Microsoft app "kill switch" detailed: only for "harmful" software

Microsoft have attempted to clarify the widely-reported "kill switch" present in the Windows Marketplace for Mobile, after reports earlier this week that the company would "automatically" remove applications from users' smartphones should the apps be pulled from the official download store.  According to a Microsoft spokesperson, that would only in fact occur should an application be found to exhibit "harmful behavior or [have] unforseen effects".

"In the vast majority of instances where an application is removed from Windows Marketplace for Mobile, users of this application will continue to be able to use these applications on their phones. In the rare event an application from Marketplace exhibits harmful behavior or has unforeseen effects, Marketplace has the capability to remotely uninstall these applications. While we hope to avoid this scenario, we will make refunds available in such cases" Microsoft spokesperson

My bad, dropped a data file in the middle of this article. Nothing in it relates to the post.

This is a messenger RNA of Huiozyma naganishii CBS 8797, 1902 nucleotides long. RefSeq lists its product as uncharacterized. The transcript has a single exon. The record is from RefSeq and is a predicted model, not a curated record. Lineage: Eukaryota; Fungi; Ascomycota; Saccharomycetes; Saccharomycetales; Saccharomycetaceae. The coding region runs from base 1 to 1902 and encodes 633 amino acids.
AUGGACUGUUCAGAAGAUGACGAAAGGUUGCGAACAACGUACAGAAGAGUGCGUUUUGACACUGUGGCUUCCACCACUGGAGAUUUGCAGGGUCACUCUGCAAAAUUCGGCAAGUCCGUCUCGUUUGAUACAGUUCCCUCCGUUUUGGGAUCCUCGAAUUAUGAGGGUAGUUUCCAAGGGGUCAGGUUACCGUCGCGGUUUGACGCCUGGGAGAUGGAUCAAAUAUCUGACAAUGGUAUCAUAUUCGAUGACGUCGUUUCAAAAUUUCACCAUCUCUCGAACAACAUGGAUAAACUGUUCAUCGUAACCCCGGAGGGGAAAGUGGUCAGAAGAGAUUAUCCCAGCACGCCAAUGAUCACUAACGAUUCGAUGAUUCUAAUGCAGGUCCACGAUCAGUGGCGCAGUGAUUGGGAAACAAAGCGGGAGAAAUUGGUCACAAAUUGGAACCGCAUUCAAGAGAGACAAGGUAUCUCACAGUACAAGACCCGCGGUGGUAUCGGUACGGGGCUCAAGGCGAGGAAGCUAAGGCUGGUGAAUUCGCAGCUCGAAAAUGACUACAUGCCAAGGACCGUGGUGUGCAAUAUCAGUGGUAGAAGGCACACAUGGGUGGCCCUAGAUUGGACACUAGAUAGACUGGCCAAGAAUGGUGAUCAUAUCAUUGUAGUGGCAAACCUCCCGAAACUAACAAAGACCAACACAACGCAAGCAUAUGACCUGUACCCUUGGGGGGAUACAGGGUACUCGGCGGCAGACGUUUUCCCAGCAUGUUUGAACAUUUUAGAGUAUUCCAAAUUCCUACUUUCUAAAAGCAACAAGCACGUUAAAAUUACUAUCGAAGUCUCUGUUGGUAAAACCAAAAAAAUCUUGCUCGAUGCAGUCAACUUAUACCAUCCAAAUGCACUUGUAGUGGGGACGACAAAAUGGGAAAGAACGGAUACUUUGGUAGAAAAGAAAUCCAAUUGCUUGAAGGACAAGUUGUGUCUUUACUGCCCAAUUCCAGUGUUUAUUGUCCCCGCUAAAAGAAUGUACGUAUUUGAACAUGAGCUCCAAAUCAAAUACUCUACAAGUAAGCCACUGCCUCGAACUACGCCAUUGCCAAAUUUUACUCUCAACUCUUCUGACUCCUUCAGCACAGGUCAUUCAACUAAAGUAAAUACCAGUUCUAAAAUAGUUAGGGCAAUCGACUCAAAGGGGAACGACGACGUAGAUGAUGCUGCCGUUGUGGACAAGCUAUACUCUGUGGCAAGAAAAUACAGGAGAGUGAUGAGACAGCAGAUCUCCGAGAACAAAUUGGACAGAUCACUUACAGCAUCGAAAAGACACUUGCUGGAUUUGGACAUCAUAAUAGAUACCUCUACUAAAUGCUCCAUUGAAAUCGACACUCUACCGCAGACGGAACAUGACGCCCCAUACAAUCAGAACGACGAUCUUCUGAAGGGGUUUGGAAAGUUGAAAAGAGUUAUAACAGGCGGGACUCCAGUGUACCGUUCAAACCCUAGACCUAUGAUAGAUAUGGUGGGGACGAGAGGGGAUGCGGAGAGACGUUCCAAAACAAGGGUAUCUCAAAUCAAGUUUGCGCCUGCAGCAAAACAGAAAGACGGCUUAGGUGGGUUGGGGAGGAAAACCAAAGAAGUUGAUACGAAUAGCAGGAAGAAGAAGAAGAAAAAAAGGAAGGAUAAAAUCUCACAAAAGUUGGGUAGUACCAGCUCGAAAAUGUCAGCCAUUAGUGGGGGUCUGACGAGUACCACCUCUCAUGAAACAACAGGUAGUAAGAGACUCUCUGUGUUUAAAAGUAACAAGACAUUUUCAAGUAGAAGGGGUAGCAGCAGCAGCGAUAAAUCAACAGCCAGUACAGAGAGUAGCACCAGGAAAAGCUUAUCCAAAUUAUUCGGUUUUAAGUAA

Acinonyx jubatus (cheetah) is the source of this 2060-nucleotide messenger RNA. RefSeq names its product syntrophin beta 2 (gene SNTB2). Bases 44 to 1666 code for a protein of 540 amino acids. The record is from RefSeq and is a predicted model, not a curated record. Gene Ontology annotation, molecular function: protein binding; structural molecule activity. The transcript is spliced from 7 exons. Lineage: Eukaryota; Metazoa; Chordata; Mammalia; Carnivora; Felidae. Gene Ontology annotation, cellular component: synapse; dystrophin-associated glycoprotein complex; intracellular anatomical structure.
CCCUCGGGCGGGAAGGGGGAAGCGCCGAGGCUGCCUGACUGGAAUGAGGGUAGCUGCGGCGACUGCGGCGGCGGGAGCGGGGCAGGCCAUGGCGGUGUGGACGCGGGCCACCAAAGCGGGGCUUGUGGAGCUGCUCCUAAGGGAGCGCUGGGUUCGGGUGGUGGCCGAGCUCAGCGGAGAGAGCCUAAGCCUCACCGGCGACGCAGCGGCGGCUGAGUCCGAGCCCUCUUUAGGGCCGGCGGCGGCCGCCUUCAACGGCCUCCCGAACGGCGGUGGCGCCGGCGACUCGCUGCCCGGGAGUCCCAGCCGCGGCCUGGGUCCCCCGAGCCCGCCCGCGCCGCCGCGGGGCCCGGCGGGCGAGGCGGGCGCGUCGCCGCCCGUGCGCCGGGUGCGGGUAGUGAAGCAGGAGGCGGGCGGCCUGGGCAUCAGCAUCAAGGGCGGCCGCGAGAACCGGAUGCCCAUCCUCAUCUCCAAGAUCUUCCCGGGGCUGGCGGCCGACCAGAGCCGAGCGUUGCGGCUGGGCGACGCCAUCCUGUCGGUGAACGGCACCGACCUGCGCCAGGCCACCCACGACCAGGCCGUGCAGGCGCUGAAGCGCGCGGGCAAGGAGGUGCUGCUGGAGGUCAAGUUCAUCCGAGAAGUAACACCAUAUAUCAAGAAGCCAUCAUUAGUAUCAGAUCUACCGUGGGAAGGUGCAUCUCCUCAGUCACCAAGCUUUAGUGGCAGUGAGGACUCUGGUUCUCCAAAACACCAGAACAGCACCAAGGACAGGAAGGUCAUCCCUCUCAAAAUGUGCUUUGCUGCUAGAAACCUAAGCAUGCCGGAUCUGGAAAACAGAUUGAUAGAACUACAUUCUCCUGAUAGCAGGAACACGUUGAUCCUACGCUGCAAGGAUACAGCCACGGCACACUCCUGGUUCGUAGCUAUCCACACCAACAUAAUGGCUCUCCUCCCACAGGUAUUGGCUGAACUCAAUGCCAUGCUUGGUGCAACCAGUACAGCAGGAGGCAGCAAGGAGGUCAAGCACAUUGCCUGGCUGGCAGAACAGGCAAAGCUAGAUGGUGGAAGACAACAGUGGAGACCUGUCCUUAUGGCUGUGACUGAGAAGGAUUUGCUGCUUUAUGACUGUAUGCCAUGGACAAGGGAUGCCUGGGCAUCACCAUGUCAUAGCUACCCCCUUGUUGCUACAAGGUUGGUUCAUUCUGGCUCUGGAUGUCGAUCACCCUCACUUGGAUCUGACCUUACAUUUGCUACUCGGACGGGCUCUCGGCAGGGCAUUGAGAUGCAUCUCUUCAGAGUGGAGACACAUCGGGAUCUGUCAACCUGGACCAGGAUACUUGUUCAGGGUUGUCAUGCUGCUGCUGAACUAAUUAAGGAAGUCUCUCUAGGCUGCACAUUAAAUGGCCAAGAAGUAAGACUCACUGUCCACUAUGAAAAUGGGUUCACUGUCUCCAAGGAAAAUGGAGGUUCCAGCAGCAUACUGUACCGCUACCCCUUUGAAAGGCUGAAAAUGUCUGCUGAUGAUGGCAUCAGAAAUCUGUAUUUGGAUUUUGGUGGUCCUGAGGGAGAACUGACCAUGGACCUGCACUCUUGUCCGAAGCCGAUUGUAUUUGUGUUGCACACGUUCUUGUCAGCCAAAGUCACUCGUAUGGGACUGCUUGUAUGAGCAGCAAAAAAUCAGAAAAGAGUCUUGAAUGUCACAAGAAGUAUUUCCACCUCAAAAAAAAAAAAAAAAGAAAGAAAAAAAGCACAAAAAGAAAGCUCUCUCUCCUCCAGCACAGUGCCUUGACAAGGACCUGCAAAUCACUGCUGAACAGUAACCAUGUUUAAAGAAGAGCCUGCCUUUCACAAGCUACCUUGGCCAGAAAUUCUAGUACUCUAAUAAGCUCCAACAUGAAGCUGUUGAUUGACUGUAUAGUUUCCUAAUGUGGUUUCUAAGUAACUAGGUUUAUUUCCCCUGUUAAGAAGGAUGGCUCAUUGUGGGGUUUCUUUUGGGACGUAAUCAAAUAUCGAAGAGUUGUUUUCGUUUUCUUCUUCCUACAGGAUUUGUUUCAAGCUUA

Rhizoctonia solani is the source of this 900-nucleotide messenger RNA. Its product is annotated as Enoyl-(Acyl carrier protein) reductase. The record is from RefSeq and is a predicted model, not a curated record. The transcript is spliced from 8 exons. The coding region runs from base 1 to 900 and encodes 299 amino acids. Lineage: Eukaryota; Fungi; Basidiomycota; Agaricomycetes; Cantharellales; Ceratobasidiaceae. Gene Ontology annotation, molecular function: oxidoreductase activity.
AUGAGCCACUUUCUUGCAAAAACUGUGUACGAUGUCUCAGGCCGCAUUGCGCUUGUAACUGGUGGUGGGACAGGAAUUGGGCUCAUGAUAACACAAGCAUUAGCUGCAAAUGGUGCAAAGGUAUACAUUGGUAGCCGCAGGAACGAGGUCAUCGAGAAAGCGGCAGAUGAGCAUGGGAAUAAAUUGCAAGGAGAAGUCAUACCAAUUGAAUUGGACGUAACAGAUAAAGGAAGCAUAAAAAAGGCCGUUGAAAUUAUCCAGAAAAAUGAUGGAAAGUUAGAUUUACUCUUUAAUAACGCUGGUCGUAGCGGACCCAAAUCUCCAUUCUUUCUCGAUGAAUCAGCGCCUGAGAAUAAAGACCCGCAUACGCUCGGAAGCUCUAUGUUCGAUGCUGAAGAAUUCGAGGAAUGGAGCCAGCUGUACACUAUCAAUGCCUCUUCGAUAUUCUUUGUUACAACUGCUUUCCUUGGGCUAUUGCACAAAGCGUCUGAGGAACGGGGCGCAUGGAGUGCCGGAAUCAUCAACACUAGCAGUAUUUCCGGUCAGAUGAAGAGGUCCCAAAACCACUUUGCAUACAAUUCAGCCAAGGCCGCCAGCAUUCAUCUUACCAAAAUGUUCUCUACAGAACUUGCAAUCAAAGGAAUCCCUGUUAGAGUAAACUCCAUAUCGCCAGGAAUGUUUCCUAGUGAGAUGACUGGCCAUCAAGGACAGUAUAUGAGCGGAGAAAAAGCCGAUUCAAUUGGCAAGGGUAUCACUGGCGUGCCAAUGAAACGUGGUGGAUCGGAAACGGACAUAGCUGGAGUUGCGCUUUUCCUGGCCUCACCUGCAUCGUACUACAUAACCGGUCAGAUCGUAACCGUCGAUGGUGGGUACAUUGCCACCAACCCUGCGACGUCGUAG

The spokesperson also confirmed that software not believed to be harmful, but removed from the Marketplace for Mobile for other reasons, would not result in the deletion of the app from a users' device.  Should your software actually disappear, you'll be eligible for a refund.

All slightly more reassuring than before, but of course it still depends on what Microsoft deem to be "unforeseen effects".  If those effects are, say, another service coming along and saying that a third-party app is intruding on its own software plans – as happened on Android, where the official Spotify client was preceded by an unofficial app that was subsequently pulled at a (friendly) request by Spotify themselves – then users may not want their workaround software to be removed; however, the terms of Microsoft's agreement would seemingly allow that to happen.